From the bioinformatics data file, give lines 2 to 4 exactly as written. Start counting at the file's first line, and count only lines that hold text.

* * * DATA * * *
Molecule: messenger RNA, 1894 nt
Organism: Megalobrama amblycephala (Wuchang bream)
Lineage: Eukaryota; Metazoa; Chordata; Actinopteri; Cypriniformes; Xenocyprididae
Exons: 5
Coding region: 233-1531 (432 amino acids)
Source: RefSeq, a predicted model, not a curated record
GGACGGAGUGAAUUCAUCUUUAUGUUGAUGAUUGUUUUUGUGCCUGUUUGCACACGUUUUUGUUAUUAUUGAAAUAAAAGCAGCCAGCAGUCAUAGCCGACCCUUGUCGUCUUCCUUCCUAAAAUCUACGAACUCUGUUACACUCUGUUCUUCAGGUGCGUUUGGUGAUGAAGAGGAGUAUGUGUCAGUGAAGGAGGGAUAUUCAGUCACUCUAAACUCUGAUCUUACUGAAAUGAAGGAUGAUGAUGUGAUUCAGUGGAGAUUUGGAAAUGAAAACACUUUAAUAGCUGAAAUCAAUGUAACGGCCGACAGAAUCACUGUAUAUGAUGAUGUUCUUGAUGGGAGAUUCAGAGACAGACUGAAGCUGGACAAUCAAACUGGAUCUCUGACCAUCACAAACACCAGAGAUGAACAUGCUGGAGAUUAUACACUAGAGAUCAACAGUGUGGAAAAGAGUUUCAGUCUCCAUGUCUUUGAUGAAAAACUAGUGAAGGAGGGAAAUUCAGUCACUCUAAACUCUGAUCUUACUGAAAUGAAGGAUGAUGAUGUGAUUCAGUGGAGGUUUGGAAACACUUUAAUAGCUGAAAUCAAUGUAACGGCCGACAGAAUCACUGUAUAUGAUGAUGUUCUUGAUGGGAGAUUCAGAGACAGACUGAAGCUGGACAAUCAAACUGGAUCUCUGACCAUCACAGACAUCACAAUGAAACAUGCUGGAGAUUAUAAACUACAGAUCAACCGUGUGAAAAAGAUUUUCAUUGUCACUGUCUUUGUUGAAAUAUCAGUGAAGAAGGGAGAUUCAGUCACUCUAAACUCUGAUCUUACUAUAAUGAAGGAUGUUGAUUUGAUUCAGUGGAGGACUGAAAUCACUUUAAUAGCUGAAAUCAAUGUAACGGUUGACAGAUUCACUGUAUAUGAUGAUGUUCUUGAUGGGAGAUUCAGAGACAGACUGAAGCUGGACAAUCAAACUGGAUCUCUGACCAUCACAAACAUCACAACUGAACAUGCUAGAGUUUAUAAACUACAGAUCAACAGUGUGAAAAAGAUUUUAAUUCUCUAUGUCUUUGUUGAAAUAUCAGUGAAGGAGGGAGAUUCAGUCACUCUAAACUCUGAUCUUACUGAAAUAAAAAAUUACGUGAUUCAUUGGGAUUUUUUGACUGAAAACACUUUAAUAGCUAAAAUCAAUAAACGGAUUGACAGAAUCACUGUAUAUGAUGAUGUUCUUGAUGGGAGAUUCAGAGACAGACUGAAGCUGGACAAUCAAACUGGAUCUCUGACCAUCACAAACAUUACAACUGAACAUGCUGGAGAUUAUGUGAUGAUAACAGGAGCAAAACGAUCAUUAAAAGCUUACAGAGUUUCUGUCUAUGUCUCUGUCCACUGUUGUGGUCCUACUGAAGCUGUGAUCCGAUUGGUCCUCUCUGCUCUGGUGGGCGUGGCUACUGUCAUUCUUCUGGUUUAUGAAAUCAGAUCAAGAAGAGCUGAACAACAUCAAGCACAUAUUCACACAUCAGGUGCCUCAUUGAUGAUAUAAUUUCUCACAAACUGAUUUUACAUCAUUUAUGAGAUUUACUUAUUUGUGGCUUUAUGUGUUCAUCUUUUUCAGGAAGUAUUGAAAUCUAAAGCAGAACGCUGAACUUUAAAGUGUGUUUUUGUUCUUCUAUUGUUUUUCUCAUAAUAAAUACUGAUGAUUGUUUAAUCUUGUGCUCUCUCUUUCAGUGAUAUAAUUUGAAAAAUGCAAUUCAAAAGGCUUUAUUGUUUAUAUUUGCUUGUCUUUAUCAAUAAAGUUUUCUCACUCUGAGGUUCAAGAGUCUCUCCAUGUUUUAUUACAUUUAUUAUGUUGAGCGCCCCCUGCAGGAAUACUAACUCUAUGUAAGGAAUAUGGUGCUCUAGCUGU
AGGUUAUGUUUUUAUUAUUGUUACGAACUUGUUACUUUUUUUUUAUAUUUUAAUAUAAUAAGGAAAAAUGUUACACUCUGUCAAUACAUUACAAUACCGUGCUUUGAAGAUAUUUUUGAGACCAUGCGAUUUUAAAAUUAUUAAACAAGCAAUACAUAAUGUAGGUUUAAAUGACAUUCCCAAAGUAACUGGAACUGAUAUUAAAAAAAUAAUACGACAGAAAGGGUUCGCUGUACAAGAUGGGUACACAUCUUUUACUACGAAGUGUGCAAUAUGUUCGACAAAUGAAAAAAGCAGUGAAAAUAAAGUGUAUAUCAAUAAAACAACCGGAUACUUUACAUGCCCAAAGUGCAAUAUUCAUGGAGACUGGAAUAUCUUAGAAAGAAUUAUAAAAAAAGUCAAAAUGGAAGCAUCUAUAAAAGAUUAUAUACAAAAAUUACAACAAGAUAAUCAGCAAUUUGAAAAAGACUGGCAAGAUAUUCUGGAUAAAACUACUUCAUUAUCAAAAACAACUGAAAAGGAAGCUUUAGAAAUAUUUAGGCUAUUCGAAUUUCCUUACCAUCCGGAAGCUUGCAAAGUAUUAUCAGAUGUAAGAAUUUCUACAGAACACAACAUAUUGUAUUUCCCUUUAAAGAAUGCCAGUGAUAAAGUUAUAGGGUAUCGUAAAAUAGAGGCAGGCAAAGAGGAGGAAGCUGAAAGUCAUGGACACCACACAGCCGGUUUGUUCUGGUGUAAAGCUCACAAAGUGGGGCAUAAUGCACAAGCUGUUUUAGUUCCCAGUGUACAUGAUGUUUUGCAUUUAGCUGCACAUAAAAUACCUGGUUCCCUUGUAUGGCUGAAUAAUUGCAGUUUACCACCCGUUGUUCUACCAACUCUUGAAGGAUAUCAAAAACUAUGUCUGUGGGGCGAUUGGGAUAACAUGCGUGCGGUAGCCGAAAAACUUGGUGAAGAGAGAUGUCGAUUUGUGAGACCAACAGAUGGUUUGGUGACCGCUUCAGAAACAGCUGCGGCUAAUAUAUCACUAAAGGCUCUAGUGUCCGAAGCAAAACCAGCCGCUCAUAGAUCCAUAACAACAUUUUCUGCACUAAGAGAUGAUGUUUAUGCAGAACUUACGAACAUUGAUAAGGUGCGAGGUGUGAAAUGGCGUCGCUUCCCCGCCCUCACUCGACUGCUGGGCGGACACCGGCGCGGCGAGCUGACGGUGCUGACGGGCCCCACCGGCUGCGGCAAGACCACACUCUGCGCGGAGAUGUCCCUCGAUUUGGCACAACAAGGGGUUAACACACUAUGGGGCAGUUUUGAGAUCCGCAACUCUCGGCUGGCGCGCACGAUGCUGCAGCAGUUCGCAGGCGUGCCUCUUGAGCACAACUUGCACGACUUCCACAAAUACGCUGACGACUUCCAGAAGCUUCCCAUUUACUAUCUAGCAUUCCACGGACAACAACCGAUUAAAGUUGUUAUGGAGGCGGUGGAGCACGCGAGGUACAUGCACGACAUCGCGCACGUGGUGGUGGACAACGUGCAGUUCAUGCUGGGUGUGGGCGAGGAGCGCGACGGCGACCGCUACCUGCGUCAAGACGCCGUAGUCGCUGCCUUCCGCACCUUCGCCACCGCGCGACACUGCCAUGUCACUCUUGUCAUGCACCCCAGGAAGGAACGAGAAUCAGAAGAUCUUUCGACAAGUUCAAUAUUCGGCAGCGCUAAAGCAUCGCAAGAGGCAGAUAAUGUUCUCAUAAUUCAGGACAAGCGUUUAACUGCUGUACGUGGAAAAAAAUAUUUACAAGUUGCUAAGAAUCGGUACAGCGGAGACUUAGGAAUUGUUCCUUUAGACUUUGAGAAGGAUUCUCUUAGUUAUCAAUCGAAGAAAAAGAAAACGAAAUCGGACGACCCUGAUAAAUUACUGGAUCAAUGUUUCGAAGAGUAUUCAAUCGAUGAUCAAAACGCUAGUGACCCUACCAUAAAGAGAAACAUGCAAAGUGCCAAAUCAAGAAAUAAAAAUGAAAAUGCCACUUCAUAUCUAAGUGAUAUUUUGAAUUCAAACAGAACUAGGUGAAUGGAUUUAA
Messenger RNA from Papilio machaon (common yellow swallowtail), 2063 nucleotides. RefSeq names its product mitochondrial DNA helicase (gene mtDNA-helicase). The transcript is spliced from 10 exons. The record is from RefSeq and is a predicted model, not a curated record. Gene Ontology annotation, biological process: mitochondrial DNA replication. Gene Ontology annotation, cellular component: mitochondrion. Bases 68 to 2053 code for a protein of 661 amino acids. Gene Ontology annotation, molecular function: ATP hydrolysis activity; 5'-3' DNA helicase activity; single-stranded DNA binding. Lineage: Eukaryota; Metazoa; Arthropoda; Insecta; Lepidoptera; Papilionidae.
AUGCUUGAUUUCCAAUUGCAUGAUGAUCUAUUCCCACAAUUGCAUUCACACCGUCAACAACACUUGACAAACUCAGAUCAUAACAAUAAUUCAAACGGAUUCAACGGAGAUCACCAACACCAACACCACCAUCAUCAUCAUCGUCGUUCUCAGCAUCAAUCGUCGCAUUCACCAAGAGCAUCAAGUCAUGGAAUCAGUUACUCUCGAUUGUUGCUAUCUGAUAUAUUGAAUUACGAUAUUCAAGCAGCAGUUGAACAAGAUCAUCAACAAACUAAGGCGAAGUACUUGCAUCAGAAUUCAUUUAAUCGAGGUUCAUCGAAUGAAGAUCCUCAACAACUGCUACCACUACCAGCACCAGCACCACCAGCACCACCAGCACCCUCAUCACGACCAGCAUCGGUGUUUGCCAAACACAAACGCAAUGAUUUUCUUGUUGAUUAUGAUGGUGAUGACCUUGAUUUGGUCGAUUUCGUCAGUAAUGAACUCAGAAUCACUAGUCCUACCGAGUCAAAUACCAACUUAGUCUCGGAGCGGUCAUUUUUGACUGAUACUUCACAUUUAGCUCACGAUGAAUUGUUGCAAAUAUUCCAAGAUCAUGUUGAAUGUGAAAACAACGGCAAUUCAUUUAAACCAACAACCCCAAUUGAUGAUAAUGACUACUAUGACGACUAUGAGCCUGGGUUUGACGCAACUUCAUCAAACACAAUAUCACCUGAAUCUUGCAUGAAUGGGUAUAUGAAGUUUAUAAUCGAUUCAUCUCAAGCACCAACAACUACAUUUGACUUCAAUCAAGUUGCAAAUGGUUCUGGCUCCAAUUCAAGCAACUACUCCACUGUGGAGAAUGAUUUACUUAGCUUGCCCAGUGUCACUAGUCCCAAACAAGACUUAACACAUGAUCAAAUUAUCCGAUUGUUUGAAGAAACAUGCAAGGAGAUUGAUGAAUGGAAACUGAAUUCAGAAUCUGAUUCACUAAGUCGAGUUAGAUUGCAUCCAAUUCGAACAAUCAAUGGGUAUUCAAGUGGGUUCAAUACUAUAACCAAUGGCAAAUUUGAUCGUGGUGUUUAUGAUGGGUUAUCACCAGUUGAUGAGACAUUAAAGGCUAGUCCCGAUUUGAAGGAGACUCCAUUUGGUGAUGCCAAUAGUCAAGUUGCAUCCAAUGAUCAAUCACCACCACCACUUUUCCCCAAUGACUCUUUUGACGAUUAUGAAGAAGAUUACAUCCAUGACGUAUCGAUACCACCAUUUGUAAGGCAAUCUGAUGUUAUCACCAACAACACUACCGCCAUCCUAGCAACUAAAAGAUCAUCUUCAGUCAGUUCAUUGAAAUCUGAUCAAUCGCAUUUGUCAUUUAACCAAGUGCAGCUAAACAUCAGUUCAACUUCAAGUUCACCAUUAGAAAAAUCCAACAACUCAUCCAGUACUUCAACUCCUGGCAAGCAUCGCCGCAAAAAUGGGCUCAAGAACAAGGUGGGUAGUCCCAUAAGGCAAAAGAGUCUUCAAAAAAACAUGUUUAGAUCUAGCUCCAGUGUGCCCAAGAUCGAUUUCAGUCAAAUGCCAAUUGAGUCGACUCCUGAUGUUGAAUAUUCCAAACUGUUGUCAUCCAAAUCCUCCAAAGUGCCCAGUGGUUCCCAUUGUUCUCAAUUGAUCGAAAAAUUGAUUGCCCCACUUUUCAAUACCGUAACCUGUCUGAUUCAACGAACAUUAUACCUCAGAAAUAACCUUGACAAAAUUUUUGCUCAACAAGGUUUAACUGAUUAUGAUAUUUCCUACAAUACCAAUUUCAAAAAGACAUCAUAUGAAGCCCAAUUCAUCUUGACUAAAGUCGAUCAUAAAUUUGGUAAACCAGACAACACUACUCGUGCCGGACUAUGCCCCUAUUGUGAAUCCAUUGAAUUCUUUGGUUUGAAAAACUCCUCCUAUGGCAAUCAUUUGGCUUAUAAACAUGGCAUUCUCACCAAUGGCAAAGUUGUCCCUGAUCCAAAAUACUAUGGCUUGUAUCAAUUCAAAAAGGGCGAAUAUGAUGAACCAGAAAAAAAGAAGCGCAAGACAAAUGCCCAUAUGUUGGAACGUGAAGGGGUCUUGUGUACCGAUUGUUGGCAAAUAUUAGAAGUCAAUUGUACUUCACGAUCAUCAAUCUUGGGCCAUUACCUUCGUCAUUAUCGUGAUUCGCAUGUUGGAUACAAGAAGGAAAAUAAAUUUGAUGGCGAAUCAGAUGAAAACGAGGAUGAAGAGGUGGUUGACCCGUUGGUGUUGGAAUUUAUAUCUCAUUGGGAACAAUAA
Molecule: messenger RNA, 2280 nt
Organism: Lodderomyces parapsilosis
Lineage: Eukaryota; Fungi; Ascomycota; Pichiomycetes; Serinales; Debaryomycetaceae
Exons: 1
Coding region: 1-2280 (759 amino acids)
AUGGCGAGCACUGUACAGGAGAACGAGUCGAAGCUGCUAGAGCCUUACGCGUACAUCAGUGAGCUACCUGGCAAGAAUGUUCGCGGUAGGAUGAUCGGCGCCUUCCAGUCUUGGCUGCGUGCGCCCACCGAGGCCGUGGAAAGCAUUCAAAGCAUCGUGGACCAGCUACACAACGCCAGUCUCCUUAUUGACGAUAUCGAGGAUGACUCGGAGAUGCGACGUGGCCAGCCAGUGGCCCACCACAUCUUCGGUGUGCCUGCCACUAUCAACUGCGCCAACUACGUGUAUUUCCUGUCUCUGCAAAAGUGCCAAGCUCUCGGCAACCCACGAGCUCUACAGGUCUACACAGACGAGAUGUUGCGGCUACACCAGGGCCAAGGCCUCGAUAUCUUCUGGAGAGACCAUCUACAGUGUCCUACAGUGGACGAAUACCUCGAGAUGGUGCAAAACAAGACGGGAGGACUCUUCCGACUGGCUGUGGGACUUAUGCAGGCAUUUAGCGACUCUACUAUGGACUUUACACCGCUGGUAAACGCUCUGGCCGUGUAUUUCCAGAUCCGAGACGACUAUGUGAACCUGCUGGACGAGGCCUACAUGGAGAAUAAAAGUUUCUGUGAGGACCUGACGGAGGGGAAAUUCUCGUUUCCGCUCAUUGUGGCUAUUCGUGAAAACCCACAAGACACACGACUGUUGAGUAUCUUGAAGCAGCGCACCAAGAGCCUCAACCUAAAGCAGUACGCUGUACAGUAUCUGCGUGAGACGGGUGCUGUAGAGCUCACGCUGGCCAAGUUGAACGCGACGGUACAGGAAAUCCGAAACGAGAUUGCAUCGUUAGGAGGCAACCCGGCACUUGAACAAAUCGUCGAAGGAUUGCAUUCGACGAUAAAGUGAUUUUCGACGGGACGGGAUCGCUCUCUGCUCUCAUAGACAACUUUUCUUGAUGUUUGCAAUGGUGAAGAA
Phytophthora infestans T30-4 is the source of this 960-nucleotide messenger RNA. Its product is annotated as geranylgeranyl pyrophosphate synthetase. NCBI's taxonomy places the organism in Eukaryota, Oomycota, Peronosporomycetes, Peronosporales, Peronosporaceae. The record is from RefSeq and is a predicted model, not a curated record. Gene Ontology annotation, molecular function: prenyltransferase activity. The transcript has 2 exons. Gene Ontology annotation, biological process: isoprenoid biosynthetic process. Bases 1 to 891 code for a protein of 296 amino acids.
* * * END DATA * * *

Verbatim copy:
Organism: Megalobrama amblycephala (Wuchang bream)
Lineage: Eukaryota; Metazoa; Chordata; Actinopteri; Cypriniformes; Xenocyprididae
Exons: 5